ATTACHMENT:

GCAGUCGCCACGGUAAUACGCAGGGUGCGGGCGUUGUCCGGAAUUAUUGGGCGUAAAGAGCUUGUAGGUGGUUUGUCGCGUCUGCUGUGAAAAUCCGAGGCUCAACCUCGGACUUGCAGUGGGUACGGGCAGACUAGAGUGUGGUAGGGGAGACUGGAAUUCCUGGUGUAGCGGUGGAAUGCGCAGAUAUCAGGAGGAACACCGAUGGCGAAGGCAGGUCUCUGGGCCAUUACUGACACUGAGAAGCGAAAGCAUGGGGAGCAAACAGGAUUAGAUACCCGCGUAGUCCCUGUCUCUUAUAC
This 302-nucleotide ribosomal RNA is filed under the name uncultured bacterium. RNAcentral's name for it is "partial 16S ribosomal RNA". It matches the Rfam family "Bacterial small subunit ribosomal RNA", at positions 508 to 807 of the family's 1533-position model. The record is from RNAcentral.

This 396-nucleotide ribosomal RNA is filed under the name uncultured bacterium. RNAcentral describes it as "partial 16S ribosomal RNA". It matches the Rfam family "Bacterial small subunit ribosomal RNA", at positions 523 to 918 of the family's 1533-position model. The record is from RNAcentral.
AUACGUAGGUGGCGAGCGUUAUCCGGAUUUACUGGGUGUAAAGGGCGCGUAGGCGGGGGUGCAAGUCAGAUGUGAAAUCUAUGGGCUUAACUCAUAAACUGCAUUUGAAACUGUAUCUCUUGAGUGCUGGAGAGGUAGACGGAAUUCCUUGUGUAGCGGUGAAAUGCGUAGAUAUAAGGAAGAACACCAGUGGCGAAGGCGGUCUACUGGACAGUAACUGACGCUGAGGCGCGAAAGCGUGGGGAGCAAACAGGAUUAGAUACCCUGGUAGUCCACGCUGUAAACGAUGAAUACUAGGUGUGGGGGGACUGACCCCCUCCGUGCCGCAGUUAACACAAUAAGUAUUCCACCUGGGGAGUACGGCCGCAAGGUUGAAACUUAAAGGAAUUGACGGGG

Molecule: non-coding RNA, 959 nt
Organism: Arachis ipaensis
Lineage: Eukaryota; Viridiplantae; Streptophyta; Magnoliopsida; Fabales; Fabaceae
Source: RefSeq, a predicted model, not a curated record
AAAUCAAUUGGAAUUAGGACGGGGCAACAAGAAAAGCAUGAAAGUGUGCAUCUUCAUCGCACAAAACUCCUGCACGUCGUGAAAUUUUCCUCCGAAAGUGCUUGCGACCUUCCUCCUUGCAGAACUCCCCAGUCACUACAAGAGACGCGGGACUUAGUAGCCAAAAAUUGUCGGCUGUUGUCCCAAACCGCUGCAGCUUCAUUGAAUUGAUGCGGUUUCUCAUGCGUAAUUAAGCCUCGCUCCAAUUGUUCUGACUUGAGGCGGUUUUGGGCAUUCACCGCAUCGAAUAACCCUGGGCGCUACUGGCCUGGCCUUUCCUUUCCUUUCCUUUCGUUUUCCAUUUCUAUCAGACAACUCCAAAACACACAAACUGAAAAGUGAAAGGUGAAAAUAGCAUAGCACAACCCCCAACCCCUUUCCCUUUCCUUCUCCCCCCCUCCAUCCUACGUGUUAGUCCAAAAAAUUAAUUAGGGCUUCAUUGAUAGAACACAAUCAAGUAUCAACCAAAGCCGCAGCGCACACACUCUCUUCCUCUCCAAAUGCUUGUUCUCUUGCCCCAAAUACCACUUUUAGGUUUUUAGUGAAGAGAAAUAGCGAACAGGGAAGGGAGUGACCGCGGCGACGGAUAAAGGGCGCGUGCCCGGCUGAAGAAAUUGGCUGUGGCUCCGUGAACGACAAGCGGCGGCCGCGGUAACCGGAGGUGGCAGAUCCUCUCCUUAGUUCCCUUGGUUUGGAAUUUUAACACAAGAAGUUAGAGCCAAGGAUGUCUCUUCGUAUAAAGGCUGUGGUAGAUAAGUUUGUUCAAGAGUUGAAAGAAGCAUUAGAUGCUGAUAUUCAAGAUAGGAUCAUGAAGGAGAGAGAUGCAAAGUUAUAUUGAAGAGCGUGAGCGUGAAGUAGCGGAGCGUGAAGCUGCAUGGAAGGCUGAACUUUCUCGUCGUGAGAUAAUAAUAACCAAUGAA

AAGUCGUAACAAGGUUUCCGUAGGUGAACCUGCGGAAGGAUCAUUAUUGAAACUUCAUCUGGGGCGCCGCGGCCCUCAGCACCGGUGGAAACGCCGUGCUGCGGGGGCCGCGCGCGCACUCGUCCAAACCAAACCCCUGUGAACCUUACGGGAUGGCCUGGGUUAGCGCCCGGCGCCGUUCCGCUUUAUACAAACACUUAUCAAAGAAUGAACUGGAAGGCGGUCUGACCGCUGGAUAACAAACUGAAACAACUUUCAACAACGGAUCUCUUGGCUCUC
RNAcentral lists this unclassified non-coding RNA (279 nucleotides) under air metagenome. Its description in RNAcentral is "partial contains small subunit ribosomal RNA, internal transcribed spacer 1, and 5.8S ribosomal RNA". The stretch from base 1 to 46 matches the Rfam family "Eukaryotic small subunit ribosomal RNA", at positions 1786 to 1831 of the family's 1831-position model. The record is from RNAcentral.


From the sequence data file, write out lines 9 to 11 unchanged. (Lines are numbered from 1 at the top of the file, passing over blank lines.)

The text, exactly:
AAAUCAAUUGGAAUUAGGACGGGGCAACAAGAAAAGCAUGAAAGUGUGCAUCUUCAUCGCACAAAACUCCUGCACGUCGUGAAAUUUUCCUCCGAAAGUGCUUGCGACCUUCCUCCUUGCAGAACUCCCCAGUCACUACAAGAGACGCGGGACUUAGUAGCCAAAAAUUGUCGGCUGUUGUCCCAAACCGCUGCAGCUUCAUUGAAUUGAUGCGGUUUCUCAUGCGUAAUUAAGCCUCGCUCCAAUUGUUCUGACUUGAGGCGGUUUUGGGCAUUCACCGCAUCGAAUAACCCUGGGCGCUACUGGCCUGGCCUUUCCUUUCCUUUCCUUUCGUUUUCCAUUUCUAUCAGACAACUCCAAAACACACAAACUGAAAAGUGAAAGGUGAAAAUAGCAUAGCACAACCCCCAACCCCUUUCCCUUUCCUUCUCCCCCCCUCCAUCCUACGUGUUAGUCCAAAAAAUUAAUUAGGGCUUCAUUGAUAGAACACAAUCAAGUAUCAACCAAAGCCGCAGCGCACACACUCUCUUCCUCUCCAAAUGCUUGUUCUCUUGCCCCAAAUACCACUUUUAGGUUUUUAGUGAAGAGAAAUAGCGAACAGGGAAGGGAGUGACCGCGGCGACGGAUAAAGGGCGCGUGCCCGGCUGAAGAAAUUGGCUGUGGCUCCGUGAACGACAAGCGGCGGCCGCGGUAACCGGAGGUGGCAGAUCCUCUCCUUAGUUCCCUUGGUUUGGAAUUUUAACACAAGAAGUUAGAGCCAAGGAUGUCUCUUCGUAUAAAGGCUGUGGUAGAUAAGUUUGUUCAAGAGUUGAAAGAAGCAUUAGAUGCUGAUAUUCAAGAUAGGAUCAUGAAGGAGAGAGAUGCAAAGUUAUAUUGAAGAGCGUGAGCGUGAAGUAGCGGAGCGUGAAGCUGCAUGGAAGGCUGAACUUUCUCGUCGUGAGAUAAUAAUAACCAAUGAA

AAGUCGUAACAAGGUUUCCGUAGGUGAACCUGCGGAAGGAUCAUUAUUGAAACUUCAUCUGGGGCGCCGCGGCCCUCAGCACCGGUGGAAACGCCGUGCUGCGGGGGCCGCGCGCGCACUCGUCCAAACCAAACCCCUGUGAACCUUACGGGAUGGCCUGGGUUAGCGCCCGGCGCCGUUCCGCUUUAUACAAACACUUAUCAAAGAAUGAACUGGAAGGCGGUCUGACCGCUGGAUAACAAACUGAAACAACUUUCAACAACGGAUCUCUUGGCUCUC
RNAcentral lists this unclassified non-coding RNA (279 nucleotides) under air metagenome. Its description in RNAcentral is "partial contains small subunit ribosomal RNA, internal transcribed spacer 1, and 5.8S ribosomal RNA". The stretch from base 1 to 46 matches the Rfam family "Eukaryotic small subunit ribosomal RNA", at positions 1786 to 1831 of the family's 1831-position model. The record is from RNAcentral.